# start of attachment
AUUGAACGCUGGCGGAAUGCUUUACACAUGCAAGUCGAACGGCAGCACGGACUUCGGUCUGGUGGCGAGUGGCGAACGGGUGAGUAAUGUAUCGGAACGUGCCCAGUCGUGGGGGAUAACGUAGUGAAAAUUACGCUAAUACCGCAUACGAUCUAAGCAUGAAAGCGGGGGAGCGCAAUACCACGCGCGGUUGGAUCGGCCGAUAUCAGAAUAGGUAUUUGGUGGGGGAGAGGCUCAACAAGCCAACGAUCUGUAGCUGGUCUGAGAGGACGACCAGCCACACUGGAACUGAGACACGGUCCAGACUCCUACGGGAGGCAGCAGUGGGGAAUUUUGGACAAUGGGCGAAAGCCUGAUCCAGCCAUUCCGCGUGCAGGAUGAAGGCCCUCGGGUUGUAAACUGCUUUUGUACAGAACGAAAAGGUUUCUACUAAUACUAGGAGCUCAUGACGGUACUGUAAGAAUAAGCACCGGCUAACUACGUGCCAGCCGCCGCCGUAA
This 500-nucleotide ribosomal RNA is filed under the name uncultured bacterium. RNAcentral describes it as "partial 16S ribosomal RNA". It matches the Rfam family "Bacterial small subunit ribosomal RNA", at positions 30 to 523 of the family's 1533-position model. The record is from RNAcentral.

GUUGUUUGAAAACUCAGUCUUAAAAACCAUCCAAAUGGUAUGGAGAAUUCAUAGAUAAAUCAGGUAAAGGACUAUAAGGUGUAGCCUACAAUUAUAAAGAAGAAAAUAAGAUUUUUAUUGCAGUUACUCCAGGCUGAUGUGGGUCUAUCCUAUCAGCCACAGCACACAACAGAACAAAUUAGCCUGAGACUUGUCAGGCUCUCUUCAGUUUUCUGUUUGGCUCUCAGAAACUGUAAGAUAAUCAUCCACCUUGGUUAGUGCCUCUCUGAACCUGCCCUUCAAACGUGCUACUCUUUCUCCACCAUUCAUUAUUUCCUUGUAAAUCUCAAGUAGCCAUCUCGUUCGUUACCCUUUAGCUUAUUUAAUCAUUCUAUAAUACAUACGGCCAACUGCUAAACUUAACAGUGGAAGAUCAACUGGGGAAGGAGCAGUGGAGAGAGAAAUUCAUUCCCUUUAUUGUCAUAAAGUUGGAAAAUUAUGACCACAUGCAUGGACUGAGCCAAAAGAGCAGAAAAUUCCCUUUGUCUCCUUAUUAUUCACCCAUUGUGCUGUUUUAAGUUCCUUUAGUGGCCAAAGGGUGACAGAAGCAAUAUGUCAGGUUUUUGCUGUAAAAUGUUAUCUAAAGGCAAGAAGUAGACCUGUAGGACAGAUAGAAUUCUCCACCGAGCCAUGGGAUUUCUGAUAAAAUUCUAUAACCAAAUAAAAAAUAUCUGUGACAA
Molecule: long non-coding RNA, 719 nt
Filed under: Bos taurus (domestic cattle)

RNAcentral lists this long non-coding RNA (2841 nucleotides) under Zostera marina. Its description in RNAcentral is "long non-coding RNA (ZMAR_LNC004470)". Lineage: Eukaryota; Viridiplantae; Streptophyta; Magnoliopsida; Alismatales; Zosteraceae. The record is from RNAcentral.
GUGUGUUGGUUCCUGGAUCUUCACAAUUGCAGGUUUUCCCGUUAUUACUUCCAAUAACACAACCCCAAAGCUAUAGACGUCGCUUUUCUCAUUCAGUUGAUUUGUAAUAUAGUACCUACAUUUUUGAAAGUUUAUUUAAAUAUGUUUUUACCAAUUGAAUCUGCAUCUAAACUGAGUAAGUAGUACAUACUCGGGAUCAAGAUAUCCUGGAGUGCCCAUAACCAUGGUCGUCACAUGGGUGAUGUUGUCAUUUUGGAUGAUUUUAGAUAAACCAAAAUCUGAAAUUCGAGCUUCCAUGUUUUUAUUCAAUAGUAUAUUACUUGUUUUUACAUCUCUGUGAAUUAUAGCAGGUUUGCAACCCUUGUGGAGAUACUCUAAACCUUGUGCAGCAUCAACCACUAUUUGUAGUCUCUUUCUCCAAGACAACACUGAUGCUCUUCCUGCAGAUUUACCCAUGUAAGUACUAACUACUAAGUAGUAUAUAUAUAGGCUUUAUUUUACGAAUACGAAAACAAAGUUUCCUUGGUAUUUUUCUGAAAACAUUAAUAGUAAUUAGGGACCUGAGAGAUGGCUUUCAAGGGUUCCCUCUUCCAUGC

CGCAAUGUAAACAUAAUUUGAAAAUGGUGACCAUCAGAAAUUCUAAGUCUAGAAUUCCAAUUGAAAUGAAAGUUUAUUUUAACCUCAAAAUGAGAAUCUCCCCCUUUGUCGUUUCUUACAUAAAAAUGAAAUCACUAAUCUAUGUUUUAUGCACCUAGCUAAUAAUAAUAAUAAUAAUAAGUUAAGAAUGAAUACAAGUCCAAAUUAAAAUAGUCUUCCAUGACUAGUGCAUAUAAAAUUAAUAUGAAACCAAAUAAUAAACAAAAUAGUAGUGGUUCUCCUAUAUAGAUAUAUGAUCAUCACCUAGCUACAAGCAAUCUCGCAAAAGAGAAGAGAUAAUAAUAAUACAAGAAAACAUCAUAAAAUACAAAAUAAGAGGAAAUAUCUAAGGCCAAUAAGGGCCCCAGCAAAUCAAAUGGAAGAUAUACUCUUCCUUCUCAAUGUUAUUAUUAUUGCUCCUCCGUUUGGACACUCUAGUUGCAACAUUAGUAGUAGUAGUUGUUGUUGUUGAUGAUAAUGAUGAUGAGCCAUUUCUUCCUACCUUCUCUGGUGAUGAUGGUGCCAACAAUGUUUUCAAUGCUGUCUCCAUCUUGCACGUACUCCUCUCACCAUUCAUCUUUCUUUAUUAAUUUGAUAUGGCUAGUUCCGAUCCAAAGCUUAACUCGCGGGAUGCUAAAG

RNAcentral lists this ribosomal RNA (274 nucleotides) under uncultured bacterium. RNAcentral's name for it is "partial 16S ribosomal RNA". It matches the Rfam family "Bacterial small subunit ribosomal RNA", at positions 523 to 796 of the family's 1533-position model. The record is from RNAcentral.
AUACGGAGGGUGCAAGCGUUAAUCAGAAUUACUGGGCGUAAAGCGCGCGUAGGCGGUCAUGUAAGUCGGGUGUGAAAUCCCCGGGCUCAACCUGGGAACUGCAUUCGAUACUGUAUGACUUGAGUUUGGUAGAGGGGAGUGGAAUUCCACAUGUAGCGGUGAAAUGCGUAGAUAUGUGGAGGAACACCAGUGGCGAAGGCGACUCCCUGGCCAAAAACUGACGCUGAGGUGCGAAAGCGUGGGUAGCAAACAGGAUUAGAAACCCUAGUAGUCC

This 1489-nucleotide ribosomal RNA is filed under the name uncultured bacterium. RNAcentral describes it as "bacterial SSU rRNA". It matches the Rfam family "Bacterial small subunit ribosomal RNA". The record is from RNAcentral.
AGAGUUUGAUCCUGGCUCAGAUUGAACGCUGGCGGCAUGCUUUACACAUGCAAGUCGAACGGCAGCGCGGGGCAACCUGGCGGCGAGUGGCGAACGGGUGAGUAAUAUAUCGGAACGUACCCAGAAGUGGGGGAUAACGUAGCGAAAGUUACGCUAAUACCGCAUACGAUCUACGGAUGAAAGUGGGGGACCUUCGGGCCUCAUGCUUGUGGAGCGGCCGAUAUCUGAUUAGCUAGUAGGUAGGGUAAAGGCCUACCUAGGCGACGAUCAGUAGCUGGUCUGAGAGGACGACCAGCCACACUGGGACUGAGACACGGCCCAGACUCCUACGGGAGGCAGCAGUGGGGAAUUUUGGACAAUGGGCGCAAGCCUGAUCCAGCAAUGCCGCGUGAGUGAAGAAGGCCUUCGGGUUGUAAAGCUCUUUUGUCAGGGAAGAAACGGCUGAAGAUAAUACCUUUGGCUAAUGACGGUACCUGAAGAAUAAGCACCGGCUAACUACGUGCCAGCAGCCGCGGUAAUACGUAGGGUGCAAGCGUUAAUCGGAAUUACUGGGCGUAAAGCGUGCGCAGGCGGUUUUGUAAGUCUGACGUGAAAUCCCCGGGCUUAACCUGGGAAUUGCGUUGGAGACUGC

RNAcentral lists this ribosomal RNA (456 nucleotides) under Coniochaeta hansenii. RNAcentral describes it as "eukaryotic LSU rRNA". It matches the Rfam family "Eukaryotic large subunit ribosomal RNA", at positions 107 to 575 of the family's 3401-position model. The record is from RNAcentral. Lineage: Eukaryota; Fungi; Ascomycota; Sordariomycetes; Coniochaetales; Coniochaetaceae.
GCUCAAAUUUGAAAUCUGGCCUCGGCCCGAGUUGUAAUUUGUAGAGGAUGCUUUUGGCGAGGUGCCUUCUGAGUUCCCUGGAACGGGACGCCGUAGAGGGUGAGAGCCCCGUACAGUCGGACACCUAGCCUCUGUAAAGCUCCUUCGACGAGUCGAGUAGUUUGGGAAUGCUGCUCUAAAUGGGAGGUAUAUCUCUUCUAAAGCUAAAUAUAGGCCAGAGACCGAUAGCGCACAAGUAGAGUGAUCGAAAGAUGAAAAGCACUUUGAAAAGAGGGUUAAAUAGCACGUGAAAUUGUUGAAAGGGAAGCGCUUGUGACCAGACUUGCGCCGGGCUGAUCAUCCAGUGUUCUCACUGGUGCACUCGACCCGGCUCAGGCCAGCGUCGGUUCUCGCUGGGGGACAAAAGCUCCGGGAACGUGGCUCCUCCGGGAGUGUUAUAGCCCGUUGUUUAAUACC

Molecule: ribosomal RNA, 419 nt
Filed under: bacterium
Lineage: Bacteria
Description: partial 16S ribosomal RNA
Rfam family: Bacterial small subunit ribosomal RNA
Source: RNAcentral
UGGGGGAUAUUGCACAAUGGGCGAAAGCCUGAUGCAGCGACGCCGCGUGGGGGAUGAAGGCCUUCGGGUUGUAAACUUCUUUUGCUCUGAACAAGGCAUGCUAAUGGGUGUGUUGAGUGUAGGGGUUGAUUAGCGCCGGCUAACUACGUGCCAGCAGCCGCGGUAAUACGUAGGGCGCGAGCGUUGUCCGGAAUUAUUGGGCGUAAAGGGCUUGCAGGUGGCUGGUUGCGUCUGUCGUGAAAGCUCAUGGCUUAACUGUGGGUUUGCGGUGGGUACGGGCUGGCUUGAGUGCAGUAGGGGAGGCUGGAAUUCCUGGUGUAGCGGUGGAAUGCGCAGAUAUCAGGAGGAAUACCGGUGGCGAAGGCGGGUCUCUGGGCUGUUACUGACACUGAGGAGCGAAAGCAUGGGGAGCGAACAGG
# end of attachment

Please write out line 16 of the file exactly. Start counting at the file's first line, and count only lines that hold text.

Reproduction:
Filed under: bacterium